What's going on?
On Wednesday, better-than-expected earnings updates from established US retailers Target and Lowe’s made for a curious comparison with retail startups Global Fashion Group (GFG) and Jumia.
What does this mean?
Lowe’s update could keep industry neighbor Home Depot up at night: it reported better-than-expected quarterly sales growth and profit. And major retailer Target (“Tar-jay”) was right on the money on Wednesday, also posting higher-than-expected sales and profit. The latter figure in particular might’ve surprised investors given Target’s significant investment in ecommerce, which typically hampers profits. Target, like Walmart, capped off its hot streak by raising its profit prediction for the year.
But investors were reminded high-growth ecommerce isn’t without cost: German-listed online fashion retailer GFG reported 17% revenue growth last quarter, but higher losses compared to the same time last year. And likewise, second-quarter results from Jumia – Africa’s answer to Amazon – showed it’s some way off breaking even too.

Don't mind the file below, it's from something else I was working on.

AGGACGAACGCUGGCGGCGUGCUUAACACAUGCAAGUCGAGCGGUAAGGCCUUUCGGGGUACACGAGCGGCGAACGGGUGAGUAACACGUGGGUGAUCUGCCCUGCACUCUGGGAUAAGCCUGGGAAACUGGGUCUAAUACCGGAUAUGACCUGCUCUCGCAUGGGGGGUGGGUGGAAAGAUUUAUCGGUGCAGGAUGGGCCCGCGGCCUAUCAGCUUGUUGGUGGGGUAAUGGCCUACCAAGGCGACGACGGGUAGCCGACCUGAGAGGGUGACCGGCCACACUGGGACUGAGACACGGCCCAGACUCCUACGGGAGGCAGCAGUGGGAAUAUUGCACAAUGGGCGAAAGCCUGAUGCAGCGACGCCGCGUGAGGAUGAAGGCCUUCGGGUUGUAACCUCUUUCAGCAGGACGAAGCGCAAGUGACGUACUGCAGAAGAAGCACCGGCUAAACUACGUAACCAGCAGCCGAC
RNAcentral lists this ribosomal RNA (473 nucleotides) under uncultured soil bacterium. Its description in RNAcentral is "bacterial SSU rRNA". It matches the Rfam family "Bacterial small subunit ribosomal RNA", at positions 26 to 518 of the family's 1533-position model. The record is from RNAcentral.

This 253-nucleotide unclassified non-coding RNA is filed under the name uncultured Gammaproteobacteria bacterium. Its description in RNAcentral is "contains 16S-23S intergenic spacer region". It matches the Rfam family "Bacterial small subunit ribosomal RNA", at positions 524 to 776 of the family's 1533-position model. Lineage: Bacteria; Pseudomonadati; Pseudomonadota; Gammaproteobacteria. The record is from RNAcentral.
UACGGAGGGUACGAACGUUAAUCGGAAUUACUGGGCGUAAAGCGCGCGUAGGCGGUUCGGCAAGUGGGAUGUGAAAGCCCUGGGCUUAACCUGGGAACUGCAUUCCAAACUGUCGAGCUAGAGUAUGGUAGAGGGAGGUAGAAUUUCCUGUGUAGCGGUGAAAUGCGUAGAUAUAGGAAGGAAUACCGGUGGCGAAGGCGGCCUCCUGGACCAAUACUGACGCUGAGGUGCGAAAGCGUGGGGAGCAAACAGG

Why should I care?
For markets: Startups vs. grownups.
GFG and Jumia specialize in emerging markets, so they don’t have much crossover with US retailers – except when it comes to competing for global investors’ cash. Investors must decide whether they’d prefer a high-growth but loss-making startup or a slower-growth but profitable incumbent. This round went to the stalwarts: Target and Lowe’s shares rose by 20% and 10% (tweet this), perhaps because they’re reinvesting profits into their own “startup-esque” brands. Meanwhile, GFG’s stock rose 2% and Jumia’s fell 10%. Investors might be wary about both companies’ links with notoriously aggressive tech investor Rocket Internet.
The bigger picture: Suppliers are the next battleground.
Delayed US tariffs on some Chinese products will keep the wolf from some retailers’ revolving doors until Christmas, but they’ll need to convince suppliers not to increase prices to keep it fed through 2020. The biggest retailers might be influential enough to keep costs down, but startups could find they don’t have enough leverage – putting profitability further out of reach.